Rolling Thunder

Full Auto
Reviewed On
Xbox 360
Available For

When Sega unveiled Full Auto at last year’s E3, it featured a very unique presence. While the Xbox 360’s lineup was chock full of racing titles (Project Gotham 3, NFS: Most Wanted, Ridge Racer 6, and Burnout Revenge,) there was no true combat themed racer.

In addition, no racing title available on any console came equipped with its own rewind button, an "unwreck" feature, allowing you to make up for past mistakes.
The "unwreck" concept is what makes Full Auto unique. A simple button press will actually rewind the game by a few seconds, giving a second chance to correct a previous mistake. While it seems easy to abuse the unwreck button, the time is limited, and can only be restored by wasting opposing racers.

Cars are mounted with various weapon configurations, which consist of both front and turret mounted machine guns, grenade launchers, shotguns, and rear mounted mine layers, as well as a special turbo boost that increases by performing sharp turns.

While the racing seems basic by most standards, it’s both the combat and overall destruction that offers a unique feel to the game. Unlockables for each course come in three levels: Standard which is usually done for finishing the race at third place or above, Semi-Auto for rating higher and clearing a certain amount of Wreck Points (a tally of how much destruction is caused, be it against other cars or against the overall environment), and Full-Auto for winning a race and causing a high amount of Wreck Points.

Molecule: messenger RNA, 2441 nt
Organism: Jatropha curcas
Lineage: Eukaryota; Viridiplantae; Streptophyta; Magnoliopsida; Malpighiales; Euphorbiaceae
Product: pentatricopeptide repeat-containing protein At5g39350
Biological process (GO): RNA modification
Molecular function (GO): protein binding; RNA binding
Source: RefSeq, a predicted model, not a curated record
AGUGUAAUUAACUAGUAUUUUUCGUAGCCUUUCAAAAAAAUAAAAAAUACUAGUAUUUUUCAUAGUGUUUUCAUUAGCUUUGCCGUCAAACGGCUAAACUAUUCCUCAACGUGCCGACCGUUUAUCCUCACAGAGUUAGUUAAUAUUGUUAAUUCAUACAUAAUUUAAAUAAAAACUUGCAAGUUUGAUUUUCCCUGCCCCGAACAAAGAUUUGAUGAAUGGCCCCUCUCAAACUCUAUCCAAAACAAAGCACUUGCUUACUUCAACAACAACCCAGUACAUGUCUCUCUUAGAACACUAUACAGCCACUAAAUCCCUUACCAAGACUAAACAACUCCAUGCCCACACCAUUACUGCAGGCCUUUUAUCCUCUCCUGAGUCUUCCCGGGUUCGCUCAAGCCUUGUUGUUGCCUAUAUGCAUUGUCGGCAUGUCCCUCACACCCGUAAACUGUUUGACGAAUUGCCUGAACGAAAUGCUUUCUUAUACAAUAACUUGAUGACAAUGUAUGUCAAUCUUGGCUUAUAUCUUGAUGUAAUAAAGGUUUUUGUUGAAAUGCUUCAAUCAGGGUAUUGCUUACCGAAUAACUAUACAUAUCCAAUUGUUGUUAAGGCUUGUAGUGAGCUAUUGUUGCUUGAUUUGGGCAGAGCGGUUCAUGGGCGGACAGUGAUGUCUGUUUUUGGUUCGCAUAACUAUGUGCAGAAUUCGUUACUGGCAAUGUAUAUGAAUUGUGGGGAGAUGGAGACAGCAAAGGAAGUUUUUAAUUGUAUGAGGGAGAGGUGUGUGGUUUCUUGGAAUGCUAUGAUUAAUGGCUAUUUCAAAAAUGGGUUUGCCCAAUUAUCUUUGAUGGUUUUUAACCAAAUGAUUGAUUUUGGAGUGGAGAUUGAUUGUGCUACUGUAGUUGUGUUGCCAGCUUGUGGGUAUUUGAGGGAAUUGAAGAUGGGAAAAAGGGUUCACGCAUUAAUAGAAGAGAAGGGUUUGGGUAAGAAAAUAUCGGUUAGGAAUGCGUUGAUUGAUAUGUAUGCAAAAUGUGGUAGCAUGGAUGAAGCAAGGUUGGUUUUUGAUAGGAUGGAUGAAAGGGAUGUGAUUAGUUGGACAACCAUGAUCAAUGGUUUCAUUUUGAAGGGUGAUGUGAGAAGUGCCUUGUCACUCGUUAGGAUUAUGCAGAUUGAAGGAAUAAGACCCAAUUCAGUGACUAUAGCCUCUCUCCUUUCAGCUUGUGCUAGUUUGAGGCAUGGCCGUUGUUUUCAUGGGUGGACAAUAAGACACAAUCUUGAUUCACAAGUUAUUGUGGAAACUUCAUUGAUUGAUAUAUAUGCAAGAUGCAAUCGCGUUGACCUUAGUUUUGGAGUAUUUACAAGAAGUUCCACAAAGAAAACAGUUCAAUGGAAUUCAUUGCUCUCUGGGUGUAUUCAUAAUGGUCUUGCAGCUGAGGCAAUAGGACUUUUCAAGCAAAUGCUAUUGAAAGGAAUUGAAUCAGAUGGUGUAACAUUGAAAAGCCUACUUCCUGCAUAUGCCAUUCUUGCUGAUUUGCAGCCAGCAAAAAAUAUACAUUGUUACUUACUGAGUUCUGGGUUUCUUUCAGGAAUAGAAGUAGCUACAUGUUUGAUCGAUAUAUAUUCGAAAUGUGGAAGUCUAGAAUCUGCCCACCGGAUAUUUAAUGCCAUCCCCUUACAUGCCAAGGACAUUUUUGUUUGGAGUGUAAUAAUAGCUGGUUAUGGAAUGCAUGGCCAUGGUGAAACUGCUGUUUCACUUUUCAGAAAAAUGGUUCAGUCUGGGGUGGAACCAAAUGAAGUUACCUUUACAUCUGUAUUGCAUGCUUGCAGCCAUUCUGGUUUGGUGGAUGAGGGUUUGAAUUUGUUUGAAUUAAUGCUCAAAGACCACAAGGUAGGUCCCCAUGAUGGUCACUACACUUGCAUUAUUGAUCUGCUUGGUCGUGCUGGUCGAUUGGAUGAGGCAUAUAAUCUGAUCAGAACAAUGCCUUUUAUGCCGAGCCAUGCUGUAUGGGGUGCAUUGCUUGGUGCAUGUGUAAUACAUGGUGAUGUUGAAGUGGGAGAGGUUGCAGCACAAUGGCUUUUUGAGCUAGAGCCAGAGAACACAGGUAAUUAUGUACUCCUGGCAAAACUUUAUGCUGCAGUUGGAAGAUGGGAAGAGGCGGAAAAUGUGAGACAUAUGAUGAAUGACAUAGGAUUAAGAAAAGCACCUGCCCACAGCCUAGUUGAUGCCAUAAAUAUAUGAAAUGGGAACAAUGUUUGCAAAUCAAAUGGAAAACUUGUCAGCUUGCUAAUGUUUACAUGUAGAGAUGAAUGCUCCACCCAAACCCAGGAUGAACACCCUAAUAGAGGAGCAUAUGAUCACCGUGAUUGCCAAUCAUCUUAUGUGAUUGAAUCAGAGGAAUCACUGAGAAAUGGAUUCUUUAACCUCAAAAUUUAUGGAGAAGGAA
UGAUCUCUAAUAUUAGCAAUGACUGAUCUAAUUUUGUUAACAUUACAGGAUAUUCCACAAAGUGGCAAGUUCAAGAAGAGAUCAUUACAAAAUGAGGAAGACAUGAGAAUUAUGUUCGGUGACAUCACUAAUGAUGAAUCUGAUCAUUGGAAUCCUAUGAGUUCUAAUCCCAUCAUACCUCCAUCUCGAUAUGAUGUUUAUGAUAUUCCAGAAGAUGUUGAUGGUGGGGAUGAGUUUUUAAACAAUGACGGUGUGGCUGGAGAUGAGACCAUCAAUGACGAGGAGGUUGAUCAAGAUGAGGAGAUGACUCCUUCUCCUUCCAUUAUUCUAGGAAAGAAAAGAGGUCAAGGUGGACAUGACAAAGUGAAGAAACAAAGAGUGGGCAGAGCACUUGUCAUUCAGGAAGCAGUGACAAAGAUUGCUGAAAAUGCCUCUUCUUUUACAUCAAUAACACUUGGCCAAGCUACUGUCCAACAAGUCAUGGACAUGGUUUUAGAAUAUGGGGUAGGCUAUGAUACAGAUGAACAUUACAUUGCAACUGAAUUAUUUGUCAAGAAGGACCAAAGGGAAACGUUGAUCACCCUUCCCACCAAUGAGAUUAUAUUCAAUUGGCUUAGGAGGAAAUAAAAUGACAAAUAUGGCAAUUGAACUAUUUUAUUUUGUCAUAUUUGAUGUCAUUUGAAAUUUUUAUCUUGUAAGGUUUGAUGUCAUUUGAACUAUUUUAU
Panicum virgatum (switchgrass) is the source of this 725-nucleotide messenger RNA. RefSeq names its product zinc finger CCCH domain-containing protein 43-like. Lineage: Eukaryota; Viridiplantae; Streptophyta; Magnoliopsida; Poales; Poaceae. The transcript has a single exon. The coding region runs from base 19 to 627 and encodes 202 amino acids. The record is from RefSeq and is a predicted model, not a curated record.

Sadly, that is where the innovation seems to end. Of all the courses that I played, they all look and play the same. It’s almost as if the environment consisted of several small tracks combined together into its own world, but nothing extremely elaborate. And eventually, after a few hours of gameplay, it will all feel like old hat. Xbox Live play extends the game’s life, but not by much.

Visually Full Auto is impressive, but compared to the beauty of Project Gotham 3, I would not really consider it next gen. There might be times when it runs very smooth, but without warning the frame rate can take a huge drop. It doesn’t detract from the gameplay, but it can be quite an eyesore to look at.

The sound too ranks in the average quality, as the music is forgettable, but the sounds of the weapons and explosions are pretty close to real.

In the end, Full Auto is an ambitious title with a unique gimmick (the Unwreck feature,) but the repetitive nature of the beast results in a short lived experience. If Sega and Pseudo decide to make a sequel, I hope they look into adding more unique environments, more modes, and basically, more enjoyment. The 3 ½ GiN Gems rating seems like an appropriate rating for a product that is unique, yet dull.


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